Veterinarians still warming up to telemedicine

Dr. Greg Bishop believes veterinary telemedicine has the potential to advance animal welfare, reach unserved animal populations, and appeal to tech-savvy pet owners, among other things.

And yet, the Portland, Oregon small vet believes that many veterinarians will not take telemedicine seriously for the time being because it is inferior to traditional practical research.

Dr. Bishop thinks this is a mistake.

Dr. Greg Bishop

Studies show: “Customers are very satisfied with telemedicine and willing to pay for it. What we lose in terms of certain clinical aspects, we make up for by not burdening the animals with a visit to the veterinary clinic, ”explained Dr. Bishop speaking during the Veterinary Telemedicine: What’s the Evidence? Session. on July 29th during the AVMA Virtual Convention 2021.

He also referred to a handful of surveys that showed that most veterinarians in the US and Europe view telemedicine as incompatible with veterinary medicine. In addition to concerns about the profitability and legality of prescribing prescriptions, the main complaint made by veterinarians was the inability to properly diagnose animal patients via video stream, SMS, or email.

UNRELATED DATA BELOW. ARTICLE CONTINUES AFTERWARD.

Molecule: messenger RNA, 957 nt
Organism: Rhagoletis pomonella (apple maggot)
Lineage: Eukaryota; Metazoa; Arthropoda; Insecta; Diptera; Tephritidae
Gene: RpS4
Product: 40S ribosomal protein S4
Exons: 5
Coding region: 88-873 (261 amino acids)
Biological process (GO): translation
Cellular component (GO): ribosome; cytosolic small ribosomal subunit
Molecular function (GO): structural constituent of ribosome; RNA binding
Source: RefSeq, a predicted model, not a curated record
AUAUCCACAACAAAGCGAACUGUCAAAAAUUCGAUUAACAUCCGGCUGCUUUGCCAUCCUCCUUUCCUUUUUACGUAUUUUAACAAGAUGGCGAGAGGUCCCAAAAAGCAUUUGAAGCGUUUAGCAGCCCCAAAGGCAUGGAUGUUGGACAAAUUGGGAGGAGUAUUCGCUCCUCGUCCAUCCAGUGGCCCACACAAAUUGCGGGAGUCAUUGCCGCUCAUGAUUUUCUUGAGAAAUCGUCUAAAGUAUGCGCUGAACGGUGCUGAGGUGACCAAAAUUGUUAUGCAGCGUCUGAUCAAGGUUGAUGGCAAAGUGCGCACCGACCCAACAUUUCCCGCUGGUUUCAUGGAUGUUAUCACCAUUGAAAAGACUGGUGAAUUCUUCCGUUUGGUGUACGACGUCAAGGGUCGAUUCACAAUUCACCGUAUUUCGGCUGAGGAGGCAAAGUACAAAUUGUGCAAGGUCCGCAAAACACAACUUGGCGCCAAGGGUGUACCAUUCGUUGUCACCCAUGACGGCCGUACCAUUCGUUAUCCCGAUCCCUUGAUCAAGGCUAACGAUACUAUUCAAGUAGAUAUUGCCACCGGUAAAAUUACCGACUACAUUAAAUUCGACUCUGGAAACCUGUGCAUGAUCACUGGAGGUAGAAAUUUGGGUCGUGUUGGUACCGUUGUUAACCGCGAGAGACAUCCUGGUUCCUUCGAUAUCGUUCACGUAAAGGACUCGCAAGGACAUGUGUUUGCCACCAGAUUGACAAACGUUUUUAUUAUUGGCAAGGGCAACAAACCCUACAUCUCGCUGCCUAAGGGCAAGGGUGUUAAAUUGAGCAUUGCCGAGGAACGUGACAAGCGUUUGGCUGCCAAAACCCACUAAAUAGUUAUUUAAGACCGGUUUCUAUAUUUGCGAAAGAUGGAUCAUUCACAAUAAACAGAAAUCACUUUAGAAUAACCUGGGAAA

Dr. Bishop suggest that the recent surge in veterinary telemedicine supply is only temporary. In collaboration with the Veterinary Information Network, Dr. Bishop conducted a survey of small animal practitioners in North America in the fall of 2020 that measured the prevalence of telemedicine use during the pandemic. While the survey confirmed an increase in the number of practices using video conferencing (42%), most respondents said they would stop offering the service once public health restrictions were lifted.

“So the tendency was to use them (telemedicine) to overcome it (the pandemic) and then deal with it,” explained Dr. Bishop. “And even of those affected by the restrictions, less than half were using this technology, which for me is a surprisingly small percentage.”

Dr. Bishop tried to allay some veterinarians’ concerns about telemedicine during his talk. To start, he cited two surveys from 2018 and 2020 that found people were willing to pay between $ 38 and $ 40 for a virtual visit to a veterinarian. While the fee is admittedly low, the fee is noteworthy in light of the 2011 Bayer Veterinary Care Usage Study, which found that a sizable segment of U.S. pet owners cited cost as a reason not to take their pets to a veterinarian.

“It is actually an advantage that a telemedicine visit would be cheaper because it is accessible to many people and there are many people who need it,” said Dr. Bishop.